Thursday, 21 May 2009

So no arrests yet, then ....

I always imagined that once the police suspect that criminals know they're being investigated, a quick arrest and search is mandated to prevent the destruction of evidence or creation of false alibis. Still, I expect that law doesn't apply to MPs. How differently might a crime report in my local paper have read if the accused was an MP ...

A joint investigation by Lewisham Council and the Department of Works and Pensions (DWP) has led to the successful prosecution of a woman who defrauded nearly £43,000 in benefits from them.

An investigation by the Fraud Squad has led to the dropping of charges against an MP who defrauded tens of thousands in expenses as 'not being in the public interest'.

Woollon, of Firhill Road in Catford, was found to be falsely claiming Income Support and Housing Benefit by declaring she lived alone when in fact her boyfriend lived with her. She defrauded Lewisham Council of £26,030.54 in Housing Benefit and the DWP of £16,749.80 in Income Support.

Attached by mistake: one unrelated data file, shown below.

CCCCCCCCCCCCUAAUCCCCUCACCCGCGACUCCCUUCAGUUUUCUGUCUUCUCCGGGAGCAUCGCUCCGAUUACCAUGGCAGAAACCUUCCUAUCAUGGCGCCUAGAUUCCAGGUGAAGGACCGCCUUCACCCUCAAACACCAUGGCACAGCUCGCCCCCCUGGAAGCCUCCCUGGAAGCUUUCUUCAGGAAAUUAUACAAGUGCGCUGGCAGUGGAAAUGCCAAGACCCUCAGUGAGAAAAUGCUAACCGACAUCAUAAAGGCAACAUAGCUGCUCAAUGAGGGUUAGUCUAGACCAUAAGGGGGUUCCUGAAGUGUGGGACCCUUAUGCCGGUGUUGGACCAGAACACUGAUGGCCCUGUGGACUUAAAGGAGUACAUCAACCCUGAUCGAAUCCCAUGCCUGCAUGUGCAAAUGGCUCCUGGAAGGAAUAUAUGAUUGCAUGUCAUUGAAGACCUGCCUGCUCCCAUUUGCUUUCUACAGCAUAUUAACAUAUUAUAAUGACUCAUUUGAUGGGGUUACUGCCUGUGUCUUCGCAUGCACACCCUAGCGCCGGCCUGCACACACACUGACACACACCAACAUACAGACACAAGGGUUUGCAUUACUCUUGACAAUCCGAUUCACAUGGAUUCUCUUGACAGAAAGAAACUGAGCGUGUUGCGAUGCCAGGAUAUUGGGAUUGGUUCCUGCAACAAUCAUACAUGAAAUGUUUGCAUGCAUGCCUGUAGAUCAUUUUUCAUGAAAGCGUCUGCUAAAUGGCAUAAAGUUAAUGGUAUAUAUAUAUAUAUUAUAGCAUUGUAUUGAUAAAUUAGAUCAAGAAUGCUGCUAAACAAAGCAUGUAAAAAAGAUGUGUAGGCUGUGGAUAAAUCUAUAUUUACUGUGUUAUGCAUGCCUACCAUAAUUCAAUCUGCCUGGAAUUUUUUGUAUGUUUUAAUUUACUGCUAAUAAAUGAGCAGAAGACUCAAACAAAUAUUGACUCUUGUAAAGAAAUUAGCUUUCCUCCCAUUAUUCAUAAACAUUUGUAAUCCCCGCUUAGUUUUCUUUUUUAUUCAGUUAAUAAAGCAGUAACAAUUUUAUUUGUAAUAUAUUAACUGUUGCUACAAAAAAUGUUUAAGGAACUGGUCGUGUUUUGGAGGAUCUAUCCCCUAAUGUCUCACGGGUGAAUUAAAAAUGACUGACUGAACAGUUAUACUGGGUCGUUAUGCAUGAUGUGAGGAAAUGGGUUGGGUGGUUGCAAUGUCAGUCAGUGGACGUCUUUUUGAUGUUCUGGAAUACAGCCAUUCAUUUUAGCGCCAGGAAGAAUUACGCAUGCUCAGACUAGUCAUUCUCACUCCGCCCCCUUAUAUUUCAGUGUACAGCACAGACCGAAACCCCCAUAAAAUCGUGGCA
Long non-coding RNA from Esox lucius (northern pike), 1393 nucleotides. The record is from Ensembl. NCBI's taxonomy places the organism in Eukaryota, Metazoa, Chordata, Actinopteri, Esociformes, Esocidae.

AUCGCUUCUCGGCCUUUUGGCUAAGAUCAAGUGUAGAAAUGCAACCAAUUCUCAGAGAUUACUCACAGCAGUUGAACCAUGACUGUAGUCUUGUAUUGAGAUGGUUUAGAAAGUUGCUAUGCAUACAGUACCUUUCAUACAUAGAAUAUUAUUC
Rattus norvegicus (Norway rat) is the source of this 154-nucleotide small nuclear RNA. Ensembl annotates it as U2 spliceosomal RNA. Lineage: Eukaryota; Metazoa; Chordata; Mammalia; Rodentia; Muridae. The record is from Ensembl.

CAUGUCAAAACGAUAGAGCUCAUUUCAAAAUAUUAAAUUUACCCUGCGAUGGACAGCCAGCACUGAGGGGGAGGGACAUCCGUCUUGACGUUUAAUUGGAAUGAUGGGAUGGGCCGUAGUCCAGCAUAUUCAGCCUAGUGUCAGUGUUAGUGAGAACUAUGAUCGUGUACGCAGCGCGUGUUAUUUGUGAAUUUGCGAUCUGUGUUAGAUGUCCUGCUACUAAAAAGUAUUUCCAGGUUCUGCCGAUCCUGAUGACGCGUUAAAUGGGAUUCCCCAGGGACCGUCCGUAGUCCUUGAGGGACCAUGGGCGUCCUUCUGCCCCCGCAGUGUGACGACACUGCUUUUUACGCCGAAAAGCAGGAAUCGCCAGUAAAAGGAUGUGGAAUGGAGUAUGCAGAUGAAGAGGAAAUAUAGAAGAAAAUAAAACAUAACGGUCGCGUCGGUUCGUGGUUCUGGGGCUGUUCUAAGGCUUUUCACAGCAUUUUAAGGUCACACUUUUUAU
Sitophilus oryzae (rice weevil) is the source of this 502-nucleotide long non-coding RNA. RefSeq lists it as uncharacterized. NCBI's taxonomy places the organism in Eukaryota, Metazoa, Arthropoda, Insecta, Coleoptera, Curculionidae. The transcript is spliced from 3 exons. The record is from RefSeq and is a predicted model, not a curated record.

Jeff Tune was found to be falsely claiming expenses by mis-declaring where he lived. He defrauded the taxpayer of tens of thousands of pounds.

Tony McNulty, Minister of State of Employment and Welfare Reform, said: "Benefit thieves have to understand that they will not get away with it. Working together with local authorities and the police we have a range of powers to investigate and with the support of the public we bring benefit thieves to justice.

“This is an excellent example of our success at tackling benefit theft when we work closely with other agencies such as Her Majesty's Revenue and Customs, the police and our partners in local authorities.”

Bridget Prentice, a Minister of State at the Department of Justice, said: "Unfortunately, it's human nature for people to forget details such as where they live or who lives with them or what they're entitled to, and MPs should not be penalised for having made honest mistakes, even if they have cost the taxpayer millions."

Woollon was sentenced at Woolwich Crown Court on 17 March. She had previously pleaded guilty to two counts of false accounting, contrary to section 17 (1) (1b) of the Theft Act 1968. She also pleaded guilty to the charge of obtaining money transfers by deception, also contrary to the Theft Act 1968.

Charges against Tune of false accounting, contrary to section 17 (1) (1b) of the Theft Act 1968 and of obtaining money transfers by deception, also contrary to the Theft Act 1968, were dropped as 'not being in the public interest'.

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